Dr. J. B. Rhine and his wife, Dr. Louisa E. Rhine, came to Duke University in 1927 to pursue studies of psychic phenomena with Professor William McDougall, chairman of the new Psychology Department.
Within a few years, Dr. Rhine was conducting the groundbreaking research that demonstrated under rigorous, scientific conditions that certain persons could acquire information without the use of the known senses. He introduced the term extrasensory perception (ESP) to describe this ability and adopted the word parapsychology to distinguish his experimental approach from earlier methods of psychical research.
As work continued at Duke, Rhine and his team found experimental evidence for psychokinesis (PK), the direct action of mind on matter. They devised procedures for closer examination of both ESP and PK, trained many leading parapsychologists, and established channels of communication that enabled standardization of basic research methods for the emerging discipline.
In 1962, as Dr. Rhine's career at Duke drew to a close, he saw the need to secure for the still controversial science an independence of the pressures of academic politics and a freedom to follow the scientific quest wherever it led. Thus, with the support of old benefactors who had assisted the Duke efforts and new benefactors who believed in the need for an independently functioning organization, Rhine founded the Foundation for Research on the Nature of Man.
Rhine envisioned FRNM as a parent organization to a variety of research institutes and publishing and educational activities, and for 30 years it consisted of a major research and educational institute, the Institute for Parapsychology, and a publishing branch, the Parapsychology Press.
In 1995, the centenary of J. B. Rhine's birth, the FRNM was renamed the Rhine Research Center to honor the Rhines and their unique contributions to this field of science.
Further information on the history of parapsychology, the Duke University Parapsychology Lab, as well as contemporary research, is available in many of the books (old-fashioned paper type) sold by the Rhine Center book store. For a free catalog and other information send a brief message with your postal address to firstname.lastname@example.org
Today's psi research has progressed from efforts to prove that psychic abilities exist to coordinated programs aimed at understanding the fundamental processes that underlie these abilities and how they are integrated into human consciousness.
The main thrusts of the Institute for Parapsychology's research programs are in the areas of ESP and PK.
In ESP research, by using techniques to simulate natural states that seem to promote the occurrence of ESP, we are investigating the role of personality, psychodynamics, personal relationships, and even the content of the ESP "message", and are thus trying to untangle the web of factors that contribute to this unusual form of communication.
Contemporary PK research is revealing that human consciousness alone seems to play a role in determining the outcome of physical processes. This work brings parapsychology face to face with issues at the forefront of physics. While collaborating with other scientists in an effort to understand the basic processes involved, Institute researchers are examining how we use this "ability" and what conditions favor its successful deployment.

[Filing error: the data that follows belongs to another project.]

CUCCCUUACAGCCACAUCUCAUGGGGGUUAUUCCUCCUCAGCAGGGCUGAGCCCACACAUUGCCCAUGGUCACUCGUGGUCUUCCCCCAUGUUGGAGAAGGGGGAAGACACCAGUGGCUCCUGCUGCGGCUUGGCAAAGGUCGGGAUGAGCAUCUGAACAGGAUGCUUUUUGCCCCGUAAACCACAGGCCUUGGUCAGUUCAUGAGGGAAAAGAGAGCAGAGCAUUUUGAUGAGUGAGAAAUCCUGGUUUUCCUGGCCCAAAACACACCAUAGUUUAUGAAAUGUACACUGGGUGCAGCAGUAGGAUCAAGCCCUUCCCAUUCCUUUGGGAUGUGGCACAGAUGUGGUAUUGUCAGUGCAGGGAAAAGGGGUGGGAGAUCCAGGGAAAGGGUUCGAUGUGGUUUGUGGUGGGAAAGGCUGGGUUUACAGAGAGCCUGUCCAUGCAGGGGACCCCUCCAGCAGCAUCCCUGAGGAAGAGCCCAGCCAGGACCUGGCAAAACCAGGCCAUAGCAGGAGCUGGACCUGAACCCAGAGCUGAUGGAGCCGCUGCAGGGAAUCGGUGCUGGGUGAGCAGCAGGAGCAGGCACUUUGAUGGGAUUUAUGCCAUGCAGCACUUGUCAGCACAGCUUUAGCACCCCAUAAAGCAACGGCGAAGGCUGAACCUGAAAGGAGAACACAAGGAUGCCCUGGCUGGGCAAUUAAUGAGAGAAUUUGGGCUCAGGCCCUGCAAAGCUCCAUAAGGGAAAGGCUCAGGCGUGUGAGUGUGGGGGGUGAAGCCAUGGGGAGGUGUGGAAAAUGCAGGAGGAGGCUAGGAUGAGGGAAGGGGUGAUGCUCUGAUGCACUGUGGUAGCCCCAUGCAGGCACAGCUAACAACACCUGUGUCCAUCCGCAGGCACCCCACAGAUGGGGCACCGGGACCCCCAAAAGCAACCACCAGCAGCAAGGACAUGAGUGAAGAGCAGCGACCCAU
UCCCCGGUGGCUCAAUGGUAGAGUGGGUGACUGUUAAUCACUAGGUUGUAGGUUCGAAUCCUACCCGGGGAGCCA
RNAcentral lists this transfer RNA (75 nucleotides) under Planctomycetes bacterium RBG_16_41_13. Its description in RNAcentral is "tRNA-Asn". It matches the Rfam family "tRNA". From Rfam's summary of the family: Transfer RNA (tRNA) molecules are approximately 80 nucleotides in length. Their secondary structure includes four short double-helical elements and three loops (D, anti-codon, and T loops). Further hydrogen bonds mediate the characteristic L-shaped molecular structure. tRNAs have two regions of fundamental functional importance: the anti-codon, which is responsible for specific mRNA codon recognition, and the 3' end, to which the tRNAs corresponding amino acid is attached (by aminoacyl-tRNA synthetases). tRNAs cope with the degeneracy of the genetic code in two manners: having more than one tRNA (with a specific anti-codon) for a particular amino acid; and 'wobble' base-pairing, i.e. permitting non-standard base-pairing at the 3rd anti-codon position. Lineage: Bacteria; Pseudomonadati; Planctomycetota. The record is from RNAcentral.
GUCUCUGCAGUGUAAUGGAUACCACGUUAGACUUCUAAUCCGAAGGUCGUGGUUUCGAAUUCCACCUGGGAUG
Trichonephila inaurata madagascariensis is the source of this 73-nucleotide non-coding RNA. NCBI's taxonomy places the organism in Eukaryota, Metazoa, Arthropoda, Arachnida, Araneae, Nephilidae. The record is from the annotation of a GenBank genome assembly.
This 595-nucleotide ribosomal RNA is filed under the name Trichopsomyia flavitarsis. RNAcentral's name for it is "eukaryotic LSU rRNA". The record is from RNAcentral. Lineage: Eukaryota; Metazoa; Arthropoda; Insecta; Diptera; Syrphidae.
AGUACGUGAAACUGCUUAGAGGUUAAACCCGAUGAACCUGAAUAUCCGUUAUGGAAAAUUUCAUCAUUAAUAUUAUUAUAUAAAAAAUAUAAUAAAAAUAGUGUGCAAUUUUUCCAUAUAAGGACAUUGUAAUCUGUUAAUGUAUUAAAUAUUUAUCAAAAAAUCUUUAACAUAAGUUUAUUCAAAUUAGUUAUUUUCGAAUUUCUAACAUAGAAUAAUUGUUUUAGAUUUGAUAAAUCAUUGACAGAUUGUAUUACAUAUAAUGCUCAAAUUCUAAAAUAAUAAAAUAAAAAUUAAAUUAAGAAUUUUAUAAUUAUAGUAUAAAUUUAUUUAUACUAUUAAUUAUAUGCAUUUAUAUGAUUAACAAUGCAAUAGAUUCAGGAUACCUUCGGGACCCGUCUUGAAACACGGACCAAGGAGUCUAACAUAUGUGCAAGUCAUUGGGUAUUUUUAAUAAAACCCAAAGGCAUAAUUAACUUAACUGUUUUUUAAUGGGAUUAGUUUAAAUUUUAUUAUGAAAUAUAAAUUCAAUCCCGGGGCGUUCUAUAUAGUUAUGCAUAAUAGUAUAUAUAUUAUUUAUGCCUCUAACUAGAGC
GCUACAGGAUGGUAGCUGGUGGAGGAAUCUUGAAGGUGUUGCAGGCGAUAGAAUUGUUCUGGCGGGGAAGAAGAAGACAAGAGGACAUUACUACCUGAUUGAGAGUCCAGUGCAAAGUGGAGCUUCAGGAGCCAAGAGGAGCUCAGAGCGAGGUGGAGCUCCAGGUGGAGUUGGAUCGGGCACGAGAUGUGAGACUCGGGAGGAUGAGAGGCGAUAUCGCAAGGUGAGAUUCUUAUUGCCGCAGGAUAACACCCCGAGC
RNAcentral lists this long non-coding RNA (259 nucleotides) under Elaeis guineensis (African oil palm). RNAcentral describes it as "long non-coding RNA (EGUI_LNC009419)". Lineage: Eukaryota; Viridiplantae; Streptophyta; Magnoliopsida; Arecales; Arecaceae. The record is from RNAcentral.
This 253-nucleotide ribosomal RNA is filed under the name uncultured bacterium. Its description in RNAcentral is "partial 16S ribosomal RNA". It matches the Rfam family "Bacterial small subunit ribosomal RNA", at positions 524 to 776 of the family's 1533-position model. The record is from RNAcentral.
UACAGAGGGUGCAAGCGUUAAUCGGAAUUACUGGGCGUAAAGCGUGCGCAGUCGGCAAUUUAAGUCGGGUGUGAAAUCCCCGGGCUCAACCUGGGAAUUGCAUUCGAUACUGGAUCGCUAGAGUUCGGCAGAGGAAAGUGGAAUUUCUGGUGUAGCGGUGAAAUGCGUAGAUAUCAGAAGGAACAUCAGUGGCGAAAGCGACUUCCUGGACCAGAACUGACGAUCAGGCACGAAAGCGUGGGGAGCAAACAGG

At the root of parapsychology are those puzzling experiences in our daily lives that we label "psychic," and the Institute for Parapsychology continues to study these experiences and the effect they have on people.
Many of the most productive and influential researchers today, and in past decades, received their parapsychological training here.
Our 8-week Summer Study Program (SSP), held annually since 1974, offers an unparalleled opportunity for obtaining a basic grounding in parapsychological research. Designed for students and professionals in both the sciences and the humanities, the SSP provides a quick but comprehensive introduction to the research objectives, methods, and findings across the spectrum of psi research.
Each program features numerous lectures and workshops by Institute scientists and other experts, as well as opportunities to participate in ongoing research projects. The SSP has earned high praise from alumni and senior parapsychologists and is the only program of its kind.
Public Information Services:
Underlying our educational activities is an excellent reference library, housing an extensive collection of English-language books on parapsychology and related topics. We also keep complete collections of related professional and popular periodicals, along with separate collections of dissertations, unpublished manuscripts, and foreign language books and periodicals.
These materials do not circulate, but are available for use by visitors. The Institute's book store sells several dozen of the best available and hard-to-find books on parapsychological research, as well as ESP cards and testing instructions.
To request a current catalog send a short message with your postal address to email@example.com
Our staff responds to a steady flow of letters and telephone calls on topics ranging from school projects to understanding personal psychic experiences. In addition to providing credible information on parapsychological research, the Institute plays a vital role in countering unreliable and often exploitative commercial presentations of parapsychology.
Institute researchers are frequently consulted on television documentaries and other journalistic productions.